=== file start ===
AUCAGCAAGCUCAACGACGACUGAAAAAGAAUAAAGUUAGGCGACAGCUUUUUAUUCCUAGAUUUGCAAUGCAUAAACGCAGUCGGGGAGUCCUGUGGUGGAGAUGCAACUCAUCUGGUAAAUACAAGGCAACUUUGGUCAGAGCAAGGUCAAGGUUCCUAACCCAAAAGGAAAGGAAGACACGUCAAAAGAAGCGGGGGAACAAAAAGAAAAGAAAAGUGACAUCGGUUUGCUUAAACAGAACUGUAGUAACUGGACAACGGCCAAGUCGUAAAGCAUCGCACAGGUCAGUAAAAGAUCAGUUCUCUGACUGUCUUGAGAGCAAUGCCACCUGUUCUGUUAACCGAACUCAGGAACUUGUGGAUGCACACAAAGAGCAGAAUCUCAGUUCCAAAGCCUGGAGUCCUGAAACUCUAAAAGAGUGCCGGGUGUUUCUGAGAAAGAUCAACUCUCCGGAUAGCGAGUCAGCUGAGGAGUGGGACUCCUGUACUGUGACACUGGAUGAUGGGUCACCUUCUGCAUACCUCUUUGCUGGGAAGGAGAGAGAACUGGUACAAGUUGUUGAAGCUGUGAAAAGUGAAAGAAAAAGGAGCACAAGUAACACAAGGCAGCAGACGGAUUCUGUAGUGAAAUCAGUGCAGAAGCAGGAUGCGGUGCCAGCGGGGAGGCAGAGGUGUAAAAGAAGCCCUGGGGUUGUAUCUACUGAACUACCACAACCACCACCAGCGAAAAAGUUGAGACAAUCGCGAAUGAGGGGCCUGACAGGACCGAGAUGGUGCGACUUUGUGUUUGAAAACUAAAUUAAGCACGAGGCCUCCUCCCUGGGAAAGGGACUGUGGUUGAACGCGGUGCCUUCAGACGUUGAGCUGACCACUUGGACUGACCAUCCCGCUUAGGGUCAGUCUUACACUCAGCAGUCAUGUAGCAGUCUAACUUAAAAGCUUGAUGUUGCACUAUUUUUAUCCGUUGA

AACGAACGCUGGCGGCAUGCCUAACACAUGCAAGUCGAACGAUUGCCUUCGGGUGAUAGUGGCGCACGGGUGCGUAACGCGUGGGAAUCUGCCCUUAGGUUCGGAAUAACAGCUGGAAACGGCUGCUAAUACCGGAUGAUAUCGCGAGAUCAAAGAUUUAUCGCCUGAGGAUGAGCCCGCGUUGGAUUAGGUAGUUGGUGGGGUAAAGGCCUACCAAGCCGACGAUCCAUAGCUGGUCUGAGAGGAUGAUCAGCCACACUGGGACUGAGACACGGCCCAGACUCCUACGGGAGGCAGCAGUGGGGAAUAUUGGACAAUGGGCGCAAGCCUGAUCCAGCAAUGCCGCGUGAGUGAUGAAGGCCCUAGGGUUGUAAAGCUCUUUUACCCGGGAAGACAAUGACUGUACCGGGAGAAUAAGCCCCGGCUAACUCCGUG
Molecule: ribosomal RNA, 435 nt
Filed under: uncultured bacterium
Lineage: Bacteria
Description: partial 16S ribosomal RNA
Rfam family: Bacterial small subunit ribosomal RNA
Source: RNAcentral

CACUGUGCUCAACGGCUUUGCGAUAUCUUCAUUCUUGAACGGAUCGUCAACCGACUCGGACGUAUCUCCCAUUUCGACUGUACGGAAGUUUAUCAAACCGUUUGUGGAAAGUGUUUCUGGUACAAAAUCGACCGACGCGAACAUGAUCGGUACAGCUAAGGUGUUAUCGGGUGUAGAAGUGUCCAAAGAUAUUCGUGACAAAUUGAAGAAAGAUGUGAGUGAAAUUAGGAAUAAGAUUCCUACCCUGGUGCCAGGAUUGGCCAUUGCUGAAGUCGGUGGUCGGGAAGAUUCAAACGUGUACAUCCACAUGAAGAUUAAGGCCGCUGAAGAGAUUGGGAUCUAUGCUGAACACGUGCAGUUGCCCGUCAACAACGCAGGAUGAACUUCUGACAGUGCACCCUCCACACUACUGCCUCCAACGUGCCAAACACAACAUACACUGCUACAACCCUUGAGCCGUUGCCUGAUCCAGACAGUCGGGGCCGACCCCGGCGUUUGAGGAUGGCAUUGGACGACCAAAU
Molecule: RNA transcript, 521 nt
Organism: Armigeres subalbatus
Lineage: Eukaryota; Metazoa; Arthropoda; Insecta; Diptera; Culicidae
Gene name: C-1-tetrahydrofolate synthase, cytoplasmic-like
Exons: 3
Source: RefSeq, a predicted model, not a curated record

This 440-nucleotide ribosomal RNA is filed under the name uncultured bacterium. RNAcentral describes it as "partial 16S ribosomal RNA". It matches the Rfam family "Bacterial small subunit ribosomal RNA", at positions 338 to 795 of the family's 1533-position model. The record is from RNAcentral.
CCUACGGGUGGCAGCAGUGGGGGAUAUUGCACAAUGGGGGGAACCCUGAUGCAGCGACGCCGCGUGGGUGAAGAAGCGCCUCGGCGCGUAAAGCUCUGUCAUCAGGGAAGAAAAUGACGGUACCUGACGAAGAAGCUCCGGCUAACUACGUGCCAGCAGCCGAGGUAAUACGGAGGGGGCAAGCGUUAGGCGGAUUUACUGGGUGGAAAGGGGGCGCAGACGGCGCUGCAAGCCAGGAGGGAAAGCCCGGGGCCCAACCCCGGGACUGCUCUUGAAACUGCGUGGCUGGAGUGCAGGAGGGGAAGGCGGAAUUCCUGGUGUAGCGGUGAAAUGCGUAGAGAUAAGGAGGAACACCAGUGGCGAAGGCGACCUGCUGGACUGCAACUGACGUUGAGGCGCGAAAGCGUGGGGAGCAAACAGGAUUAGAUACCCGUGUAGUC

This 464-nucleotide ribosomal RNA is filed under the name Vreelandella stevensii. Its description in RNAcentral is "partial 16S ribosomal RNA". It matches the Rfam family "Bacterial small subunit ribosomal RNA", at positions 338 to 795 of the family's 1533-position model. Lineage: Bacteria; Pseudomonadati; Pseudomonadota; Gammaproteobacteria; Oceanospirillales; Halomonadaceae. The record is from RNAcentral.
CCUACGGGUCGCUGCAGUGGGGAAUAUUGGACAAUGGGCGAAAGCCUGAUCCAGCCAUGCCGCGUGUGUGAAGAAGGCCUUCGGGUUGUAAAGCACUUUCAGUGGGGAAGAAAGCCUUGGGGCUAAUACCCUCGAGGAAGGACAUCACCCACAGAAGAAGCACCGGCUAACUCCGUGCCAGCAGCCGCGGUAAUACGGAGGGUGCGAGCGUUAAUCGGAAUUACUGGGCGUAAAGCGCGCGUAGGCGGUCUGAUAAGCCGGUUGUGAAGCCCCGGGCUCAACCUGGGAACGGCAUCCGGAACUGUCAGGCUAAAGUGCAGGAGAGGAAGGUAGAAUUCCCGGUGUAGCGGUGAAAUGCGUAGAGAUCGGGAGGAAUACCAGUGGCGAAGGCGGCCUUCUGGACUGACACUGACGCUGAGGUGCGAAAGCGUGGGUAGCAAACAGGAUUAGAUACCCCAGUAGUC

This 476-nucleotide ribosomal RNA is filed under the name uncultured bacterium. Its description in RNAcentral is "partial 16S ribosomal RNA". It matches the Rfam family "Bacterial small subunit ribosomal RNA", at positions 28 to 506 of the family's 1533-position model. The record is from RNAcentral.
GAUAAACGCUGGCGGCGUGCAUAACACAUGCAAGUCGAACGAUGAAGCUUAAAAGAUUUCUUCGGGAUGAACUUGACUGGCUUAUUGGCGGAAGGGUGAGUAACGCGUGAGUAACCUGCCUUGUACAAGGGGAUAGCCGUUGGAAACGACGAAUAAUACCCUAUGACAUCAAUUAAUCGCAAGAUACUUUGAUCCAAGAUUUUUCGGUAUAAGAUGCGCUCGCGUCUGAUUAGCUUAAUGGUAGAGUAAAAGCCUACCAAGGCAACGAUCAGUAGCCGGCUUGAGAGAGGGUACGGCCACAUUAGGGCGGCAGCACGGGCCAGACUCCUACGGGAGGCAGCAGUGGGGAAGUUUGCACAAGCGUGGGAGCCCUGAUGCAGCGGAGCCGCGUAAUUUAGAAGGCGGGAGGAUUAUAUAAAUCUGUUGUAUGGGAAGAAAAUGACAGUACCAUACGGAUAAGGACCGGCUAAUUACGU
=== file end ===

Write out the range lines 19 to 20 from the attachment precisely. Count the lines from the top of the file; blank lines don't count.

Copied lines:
CCUACGGGUCGCUGCAGUGGGGAAUAUUGGACAAUGGGCGAAAGCCUGAUCCAGCCAUGCCGCGUGUGUGAAGAAGGCCUUCGGGUUGUAAAGCACUUUCAGUGGGGAAGAAAGCCUUGGGGCUAAUACCCUCGAGGAAGGACAUCACCCACAGAAGAAGCACCGGCUAACUCCGUGCCAGCAGCCGCGGUAAUACGGAGGGUGCGAGCGUUAAUCGGAAUUACUGGGCGUAAAGCGCGCGUAGGCGGUCUGAUAAGCCGGUUGUGAAGCCCCGGGCUCAACCUGGGAACGGCAUCCGGAACUGUCAGGCUAAAGUGCAGGAGAGGAAGGUAGAAUUCCCGGUGUAGCGGUGAAAUGCGUAGAGAUCGGGAGGAAUACCAGUGGCGAAGGCGGCCUUCUGGACUGACACUGACGCUGAGGUGCGAAAGCGUGGGUAGCAAACAGGAUUAGAUACCCCAGUAGUC

This 476-nucleotide ribosomal RNA is filed under the name uncultured bacterium. Its description in RNAcentral is "partial 16S ribosomal RNA". It matches the Rfam family "Bacterial small subunit ribosomal RNA", at positions 28 to 506 of the family's 1533-position model. The record is from RNAcentral.